Community Focus

We believe in giving back to our community, not only by creating jobs (see our blog on bringing assembly back to the USA), but also by donating to the less fortunate members of our community. We wished to find something local to us here in Camarillo, Ventura County, CA.

Because of this we have elected to support the Ventura County Rescue Mission. Our financial gift is used in their refuge, recovery, and restoration program to provide food, shelter, clean clothes, and substance abuse recovery programs to the homeless. The mission also gives spiritual guidance and support to find a path to God.

The mission is able to provide a full meal at a cost of only $2.05 thanks to food donations and volunteer support. Those of us in Ventura County can also support the mission by shopping at their thrift store, where 100% of the proceeds go straight to helping the homeless become productive citizens again.

Another great program within the Rescue Mission Alliance is The Lighthouse for homeless single women and mothers with children. Nothing saddens our hearts more than the lost potential of children who find themselves on the streets due to the unfortunate circumstances of their parents. It is our hope that with each donation, we give someone a brighter future they otherwise wouldn’t have had.

Ventura County Rescue Mission
234 E. 6th Street
Oxnard, CA 93030
(805) 487-1234

By | 2017-07-05T12:24:48+00:00 July 5th, 2017|Uncategorized|Comments Off on Community Focus

“Why does NTEP allow the use of non-NTEP load cells for some scales?”

Republished with permission of Jim Truex

National Conference on Weights and Measures

2017 Issue 1
Jim Truex, NTEP Administrator


When reading an NTEP Certificate of Conformance (CC) we see the load cell used in a scale is identified as non-NTEP in some case. Many have inquired as to why NTEP allows the use of load cells that are not traceable to their own NTEP CC or “non-NTEP” cells.1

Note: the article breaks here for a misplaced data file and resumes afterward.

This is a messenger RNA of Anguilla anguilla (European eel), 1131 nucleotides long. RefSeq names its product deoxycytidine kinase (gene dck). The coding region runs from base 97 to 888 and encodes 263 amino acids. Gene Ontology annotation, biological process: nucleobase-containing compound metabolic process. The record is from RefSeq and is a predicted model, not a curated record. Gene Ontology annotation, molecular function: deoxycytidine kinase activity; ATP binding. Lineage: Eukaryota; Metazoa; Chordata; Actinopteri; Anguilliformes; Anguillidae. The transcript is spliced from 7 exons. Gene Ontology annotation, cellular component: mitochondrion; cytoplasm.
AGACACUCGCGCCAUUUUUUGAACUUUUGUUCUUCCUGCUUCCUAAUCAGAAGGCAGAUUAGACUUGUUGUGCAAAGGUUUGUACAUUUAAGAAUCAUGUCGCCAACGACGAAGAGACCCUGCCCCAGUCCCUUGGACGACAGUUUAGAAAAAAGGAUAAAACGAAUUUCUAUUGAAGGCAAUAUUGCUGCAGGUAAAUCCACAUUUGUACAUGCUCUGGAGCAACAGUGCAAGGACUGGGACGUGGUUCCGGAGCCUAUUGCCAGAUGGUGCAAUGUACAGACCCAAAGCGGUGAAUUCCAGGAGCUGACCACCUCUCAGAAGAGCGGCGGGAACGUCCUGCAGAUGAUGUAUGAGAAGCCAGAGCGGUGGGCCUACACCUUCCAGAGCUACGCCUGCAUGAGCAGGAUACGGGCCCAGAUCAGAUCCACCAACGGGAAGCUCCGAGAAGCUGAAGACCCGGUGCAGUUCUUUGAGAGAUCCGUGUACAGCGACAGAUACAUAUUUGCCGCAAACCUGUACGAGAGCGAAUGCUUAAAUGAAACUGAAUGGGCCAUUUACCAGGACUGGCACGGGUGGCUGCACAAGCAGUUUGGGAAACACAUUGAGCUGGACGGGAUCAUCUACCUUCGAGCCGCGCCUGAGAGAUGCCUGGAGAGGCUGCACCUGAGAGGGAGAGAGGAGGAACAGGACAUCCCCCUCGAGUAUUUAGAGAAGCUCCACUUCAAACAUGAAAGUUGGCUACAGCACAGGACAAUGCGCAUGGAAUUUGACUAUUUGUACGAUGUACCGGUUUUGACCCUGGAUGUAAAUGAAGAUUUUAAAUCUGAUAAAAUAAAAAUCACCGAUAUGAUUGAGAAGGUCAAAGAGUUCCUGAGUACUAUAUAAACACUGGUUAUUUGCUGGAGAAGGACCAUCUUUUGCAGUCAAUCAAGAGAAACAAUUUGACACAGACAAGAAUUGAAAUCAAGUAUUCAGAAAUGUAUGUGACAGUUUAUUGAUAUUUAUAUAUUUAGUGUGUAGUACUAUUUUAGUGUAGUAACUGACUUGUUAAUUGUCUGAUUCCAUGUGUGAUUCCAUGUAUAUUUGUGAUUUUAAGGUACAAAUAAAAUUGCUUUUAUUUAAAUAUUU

While NIST Handbook 44 does not specifically state that non-NTEP load cells are permitted for use in weighing instruments; Handbook 44 does contain several hints that not all load cells used in commercial scales are required to have an NTEP certificate.

For example:

  • If we look at NIST Handbook 44, Scales Code, Marking Requirements, Table S.6.3.a., the heading of the fourth column reads “Load Cell with CC (11).” This column heading implies that if these marking requirements are for load cells with a Certificate of Conformance, there must be load cells without a Certificate of Conformance or non-NTEP load cells.
  • Also in the Scales Code, paragraph S.6.3., reads in part: “Scales, main elements of scales when not contained in a single enclosure for the entire scale, load cells for which Certificates of Conformance (CC) have been issued under the National Type Evaluation Program (NTEP, and other equipment necessary to a weighing system.” The statement, “load cells for which Certificates of Conformance (CC) have been issued” is also implying there must be load cells without a Certificate of Conformance or non-NTEP load cells.
  • Additionally, if we look at Scales Code paragraph S.5.4. we find the following stated: “This requirement does not apply to complete weighing/load-receiving elements or scales, which satisfy all the following criteria:”
    • the complete weighing/load-receiving element or scale has been evaluated for compliance with T.N.8.1. Temperature under NTEP (meaning the complete weighing device, including load cell(s) has been tested in an environmental chamber);
    • the complete weighing/load-receiving element or scale has received an NTEP Certificate of Conformance;”

Again, no clear statement, but the fact that the formula shown in S.5.4. does not apply if the specified conditions are met tells us that the use of load cells without a Certificate of Conformance or non-NTEP load cells is acceptable when the complete weighing/load-receiving element or complete scale has undergone and satisfied influence factor testing.